oil prices

Oil prices have fallen with Brent crude now trading below $90 while the WTI (West Texas Intermediate) is getting closer to $80 per barrel.

While there are still concerns over supply, interest rate hikes and growth concerns are now weighing heavy on sentiments.

Oil prices had spiked in March in the days following the Russian invasion of Ukraine. Commodities like copper and aluminum also surged on supply tightness. Russia is a major oil and commodity exporter and markets were worried that the Russian oil supply might get squeezed out due to the Western sanctions.

Russia indeed weaponized its energy exports but the impact is not as lethal as many had initially feared. To make things worse, global growth concerns are weighing heavy on oil prices.

Last week, global logistics giant FedEx, as well as the World Bank, warned of a global recession. The US dollar has also strengthened on rate hike fears – the yields on US 10-year Treasury have hit 3.5% on rate hike fears.

Commodities in general have a negative correlation with the greenback as a stronger US dollar makes them expensive in other currencies. We have a guide on how to trade commodities.

Rate Hikes Worries Pull Down Oil Prices

Rate hike worries are pulling down oil prices and oil demand is dependent on global economic growth – any slowdown in global growth is negative for oil prices.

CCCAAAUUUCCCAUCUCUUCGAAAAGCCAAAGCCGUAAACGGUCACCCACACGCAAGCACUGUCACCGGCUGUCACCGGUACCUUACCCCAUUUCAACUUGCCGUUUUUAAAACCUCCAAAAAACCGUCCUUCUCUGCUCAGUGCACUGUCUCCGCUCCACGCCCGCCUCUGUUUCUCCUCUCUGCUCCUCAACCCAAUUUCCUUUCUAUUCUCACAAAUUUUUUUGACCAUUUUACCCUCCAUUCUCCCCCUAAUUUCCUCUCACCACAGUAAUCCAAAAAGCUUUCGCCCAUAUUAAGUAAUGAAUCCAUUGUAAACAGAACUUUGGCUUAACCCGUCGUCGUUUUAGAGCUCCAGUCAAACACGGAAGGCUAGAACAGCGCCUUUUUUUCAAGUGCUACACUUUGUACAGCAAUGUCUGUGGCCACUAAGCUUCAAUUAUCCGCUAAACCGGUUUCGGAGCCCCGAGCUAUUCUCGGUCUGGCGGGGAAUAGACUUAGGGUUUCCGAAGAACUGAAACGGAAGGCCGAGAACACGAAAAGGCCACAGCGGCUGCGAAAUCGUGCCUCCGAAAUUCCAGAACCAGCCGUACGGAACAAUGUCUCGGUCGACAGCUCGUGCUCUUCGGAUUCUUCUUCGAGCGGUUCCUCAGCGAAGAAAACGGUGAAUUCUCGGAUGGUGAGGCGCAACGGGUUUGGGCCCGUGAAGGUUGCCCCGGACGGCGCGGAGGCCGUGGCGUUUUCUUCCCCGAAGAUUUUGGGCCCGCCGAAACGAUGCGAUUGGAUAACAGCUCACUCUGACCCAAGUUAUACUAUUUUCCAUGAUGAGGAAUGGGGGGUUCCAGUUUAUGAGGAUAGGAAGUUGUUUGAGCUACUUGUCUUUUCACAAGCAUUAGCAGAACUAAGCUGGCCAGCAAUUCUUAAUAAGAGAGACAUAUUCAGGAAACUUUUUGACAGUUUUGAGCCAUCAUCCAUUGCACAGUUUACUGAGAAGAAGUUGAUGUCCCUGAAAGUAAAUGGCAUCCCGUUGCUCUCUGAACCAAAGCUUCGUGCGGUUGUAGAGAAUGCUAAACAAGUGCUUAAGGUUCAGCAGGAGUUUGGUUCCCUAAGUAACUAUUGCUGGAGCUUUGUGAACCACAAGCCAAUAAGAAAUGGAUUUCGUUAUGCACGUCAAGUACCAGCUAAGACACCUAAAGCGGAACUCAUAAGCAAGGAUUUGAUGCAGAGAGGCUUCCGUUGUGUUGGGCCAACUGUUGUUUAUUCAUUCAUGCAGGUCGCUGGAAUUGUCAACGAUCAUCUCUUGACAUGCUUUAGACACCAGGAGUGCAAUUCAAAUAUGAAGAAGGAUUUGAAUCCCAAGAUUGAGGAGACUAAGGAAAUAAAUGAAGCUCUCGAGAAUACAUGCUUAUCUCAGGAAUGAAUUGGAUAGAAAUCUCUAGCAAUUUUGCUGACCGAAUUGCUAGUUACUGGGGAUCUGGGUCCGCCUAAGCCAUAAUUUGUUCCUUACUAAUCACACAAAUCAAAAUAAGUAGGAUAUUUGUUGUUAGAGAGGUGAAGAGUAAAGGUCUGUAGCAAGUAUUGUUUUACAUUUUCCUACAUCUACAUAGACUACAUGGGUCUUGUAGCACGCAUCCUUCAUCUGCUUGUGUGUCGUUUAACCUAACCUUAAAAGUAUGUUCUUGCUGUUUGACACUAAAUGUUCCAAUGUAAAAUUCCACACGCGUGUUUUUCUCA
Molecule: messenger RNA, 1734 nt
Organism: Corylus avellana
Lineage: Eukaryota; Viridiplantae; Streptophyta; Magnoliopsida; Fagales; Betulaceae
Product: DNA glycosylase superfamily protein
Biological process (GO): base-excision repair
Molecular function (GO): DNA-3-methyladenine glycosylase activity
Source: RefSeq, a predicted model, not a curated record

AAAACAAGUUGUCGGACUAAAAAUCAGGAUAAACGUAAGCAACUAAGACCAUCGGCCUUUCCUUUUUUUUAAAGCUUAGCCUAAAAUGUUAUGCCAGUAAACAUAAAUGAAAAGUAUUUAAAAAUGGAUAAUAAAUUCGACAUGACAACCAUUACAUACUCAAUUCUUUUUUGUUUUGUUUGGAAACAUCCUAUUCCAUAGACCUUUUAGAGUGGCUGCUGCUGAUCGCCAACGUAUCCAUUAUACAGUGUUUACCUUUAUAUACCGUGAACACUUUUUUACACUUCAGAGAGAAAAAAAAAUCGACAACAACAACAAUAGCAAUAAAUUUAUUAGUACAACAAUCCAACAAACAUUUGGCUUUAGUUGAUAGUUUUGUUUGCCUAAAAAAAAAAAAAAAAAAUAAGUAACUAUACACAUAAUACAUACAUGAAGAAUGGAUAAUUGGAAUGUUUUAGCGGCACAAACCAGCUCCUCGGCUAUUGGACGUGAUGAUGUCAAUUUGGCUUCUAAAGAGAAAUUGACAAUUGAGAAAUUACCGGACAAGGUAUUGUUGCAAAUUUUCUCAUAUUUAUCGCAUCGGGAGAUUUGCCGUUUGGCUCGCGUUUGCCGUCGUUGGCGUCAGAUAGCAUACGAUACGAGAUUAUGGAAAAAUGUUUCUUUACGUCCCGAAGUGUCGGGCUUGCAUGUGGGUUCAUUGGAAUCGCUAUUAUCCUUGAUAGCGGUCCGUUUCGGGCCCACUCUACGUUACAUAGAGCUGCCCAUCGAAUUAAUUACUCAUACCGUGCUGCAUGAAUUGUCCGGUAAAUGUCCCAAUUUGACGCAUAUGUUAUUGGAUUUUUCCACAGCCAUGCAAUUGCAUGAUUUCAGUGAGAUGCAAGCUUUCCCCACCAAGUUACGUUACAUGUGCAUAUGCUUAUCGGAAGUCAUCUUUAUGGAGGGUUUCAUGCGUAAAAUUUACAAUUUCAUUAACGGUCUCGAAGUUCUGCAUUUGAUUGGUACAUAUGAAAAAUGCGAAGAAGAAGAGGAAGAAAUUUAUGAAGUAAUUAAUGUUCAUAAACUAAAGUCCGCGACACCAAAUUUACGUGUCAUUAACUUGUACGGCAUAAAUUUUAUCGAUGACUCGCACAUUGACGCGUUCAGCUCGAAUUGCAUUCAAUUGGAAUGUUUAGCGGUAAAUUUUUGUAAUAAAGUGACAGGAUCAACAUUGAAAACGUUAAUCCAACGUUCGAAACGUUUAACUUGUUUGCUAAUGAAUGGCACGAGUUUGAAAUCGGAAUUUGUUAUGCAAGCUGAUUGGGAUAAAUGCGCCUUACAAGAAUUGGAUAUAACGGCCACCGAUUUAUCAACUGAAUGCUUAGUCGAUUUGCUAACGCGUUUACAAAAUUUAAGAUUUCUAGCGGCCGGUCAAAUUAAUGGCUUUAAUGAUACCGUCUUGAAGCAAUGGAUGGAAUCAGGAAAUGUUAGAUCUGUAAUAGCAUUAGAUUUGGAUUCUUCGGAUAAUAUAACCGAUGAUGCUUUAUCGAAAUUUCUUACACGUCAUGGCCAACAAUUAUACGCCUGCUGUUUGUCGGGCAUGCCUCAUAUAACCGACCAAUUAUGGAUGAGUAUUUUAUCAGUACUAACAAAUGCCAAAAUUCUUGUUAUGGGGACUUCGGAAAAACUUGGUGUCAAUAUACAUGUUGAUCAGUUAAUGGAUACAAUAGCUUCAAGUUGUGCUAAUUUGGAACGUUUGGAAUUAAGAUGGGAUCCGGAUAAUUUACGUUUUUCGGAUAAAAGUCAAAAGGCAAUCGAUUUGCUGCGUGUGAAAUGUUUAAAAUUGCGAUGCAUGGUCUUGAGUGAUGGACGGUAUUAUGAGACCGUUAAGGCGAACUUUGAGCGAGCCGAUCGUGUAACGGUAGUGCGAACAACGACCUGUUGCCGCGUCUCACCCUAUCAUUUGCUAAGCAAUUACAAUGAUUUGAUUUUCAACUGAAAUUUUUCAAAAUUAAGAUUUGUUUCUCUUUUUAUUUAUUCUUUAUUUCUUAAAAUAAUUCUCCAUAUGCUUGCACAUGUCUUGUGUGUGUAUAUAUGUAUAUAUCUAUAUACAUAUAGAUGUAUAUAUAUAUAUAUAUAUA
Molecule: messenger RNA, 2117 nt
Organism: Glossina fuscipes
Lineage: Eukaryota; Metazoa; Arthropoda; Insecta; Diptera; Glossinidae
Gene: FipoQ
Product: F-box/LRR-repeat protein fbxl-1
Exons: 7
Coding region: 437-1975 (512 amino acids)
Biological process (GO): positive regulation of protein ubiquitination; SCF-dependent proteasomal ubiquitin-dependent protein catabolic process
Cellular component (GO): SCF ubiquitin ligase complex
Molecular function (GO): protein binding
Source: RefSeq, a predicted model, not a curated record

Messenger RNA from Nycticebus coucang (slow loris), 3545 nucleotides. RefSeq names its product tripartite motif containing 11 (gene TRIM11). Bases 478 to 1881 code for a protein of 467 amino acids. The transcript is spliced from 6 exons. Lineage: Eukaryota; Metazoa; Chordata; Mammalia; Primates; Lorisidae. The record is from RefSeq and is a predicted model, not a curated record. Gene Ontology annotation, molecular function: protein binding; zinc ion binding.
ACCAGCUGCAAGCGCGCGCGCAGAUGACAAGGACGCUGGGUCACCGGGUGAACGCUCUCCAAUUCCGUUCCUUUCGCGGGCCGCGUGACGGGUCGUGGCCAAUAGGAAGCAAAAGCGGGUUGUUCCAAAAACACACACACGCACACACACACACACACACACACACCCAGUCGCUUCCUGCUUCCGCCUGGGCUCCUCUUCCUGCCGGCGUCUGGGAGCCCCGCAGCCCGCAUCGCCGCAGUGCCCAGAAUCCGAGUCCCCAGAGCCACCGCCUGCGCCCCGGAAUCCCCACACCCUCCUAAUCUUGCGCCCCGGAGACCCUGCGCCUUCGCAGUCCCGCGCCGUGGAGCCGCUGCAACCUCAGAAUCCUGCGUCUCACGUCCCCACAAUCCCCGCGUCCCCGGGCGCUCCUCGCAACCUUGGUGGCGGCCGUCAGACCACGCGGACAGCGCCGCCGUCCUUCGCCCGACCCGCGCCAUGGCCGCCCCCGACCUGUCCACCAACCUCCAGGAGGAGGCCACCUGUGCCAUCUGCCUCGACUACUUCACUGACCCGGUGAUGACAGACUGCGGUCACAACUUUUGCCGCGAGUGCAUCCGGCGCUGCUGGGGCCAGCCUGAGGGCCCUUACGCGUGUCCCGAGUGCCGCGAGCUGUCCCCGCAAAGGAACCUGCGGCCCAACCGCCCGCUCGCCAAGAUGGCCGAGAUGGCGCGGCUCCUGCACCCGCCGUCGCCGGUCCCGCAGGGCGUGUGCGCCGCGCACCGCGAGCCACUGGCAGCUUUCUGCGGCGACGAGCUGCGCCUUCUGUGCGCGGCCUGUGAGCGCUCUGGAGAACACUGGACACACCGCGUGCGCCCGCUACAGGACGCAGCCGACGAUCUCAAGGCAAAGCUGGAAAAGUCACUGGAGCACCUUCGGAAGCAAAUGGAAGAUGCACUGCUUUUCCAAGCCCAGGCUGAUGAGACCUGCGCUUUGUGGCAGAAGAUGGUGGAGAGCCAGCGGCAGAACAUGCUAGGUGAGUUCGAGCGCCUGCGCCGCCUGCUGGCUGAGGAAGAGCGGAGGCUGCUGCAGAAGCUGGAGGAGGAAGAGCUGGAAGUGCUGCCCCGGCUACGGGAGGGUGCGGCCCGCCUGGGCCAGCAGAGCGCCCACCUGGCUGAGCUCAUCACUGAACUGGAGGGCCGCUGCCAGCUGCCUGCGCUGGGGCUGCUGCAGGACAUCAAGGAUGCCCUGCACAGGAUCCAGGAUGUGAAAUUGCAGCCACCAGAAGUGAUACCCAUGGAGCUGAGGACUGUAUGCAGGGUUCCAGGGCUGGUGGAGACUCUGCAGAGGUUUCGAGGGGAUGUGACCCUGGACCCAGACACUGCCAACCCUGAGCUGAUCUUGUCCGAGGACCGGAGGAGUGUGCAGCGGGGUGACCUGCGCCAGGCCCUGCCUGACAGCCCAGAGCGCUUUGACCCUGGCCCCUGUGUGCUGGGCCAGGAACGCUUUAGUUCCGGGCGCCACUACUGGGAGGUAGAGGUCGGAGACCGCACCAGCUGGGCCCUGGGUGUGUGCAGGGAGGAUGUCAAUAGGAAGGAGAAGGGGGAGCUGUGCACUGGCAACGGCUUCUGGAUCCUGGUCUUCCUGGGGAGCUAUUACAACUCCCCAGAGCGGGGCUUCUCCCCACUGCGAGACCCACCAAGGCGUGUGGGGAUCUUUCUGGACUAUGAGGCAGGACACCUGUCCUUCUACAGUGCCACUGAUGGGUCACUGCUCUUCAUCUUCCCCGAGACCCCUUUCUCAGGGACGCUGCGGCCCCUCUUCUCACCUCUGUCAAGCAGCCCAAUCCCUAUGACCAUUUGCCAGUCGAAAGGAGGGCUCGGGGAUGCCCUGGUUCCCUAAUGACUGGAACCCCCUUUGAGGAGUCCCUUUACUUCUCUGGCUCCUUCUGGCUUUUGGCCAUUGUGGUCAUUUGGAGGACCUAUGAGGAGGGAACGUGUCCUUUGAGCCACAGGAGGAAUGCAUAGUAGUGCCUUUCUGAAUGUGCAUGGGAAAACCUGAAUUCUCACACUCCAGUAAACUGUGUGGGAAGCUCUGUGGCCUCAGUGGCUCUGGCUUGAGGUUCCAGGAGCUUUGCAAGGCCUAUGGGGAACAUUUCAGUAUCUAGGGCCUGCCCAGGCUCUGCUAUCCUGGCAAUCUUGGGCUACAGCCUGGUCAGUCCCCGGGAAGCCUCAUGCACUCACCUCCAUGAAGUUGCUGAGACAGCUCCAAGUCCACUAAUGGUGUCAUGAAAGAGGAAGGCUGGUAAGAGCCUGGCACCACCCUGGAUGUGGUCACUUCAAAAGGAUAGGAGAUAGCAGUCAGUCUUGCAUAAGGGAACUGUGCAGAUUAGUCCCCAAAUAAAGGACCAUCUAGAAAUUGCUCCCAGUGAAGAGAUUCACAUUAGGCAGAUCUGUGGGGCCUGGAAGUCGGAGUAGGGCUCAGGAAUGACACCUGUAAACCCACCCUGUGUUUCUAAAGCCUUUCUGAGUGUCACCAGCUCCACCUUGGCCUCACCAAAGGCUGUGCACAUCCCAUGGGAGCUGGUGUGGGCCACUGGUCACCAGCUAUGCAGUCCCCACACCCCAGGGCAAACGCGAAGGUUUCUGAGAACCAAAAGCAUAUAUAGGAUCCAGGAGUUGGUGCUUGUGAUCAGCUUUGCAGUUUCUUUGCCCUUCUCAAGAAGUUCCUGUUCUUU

As oil prices surged in the first half of 2022, energy stocks also soared.

Even Warren Buffett poured billions of dollars into buying Occidental Petroleum and Chevron shares and most analysts were bullish on the outlook of oil stocks. However, market sentiments have soured amid fears of aggressive rate hikes from the US Fed.

For its part, OPEC+ tried to support oil prices and announced a small production cut earlier this month. While markets expected the cartel to hold on to the current levels of production, it surprised markets with a 100,000-bpd production cut. Oil prices had then surged but soon came down.

UAE Might be Planning to Increase Energy Production

Bloomberg reported that UAE might be planning to increase its oil production.

In its response to Bloomberg, UAE’s state-owned oil company Adnoc said, “As we embrace the energy transition and future-proof our business, we will continue to explore potential opportunities that can further unlock value, free up capital and enhance returns.”

That said, the OPEC+ bloc assigns a production limit to its members and it remains to be seen how UAE manages to produce more than its quota. Oil prices meanwhile have been quite volatile in 2022.

However, some brokerages have a bearish view of oil. Citi previously said that oil prices would fall to $85 per barrel by the end of 2022. In its bear case scenario of a recession, it expects oil at $65 per barrel in 2022 and $45 per barrel in 2023.

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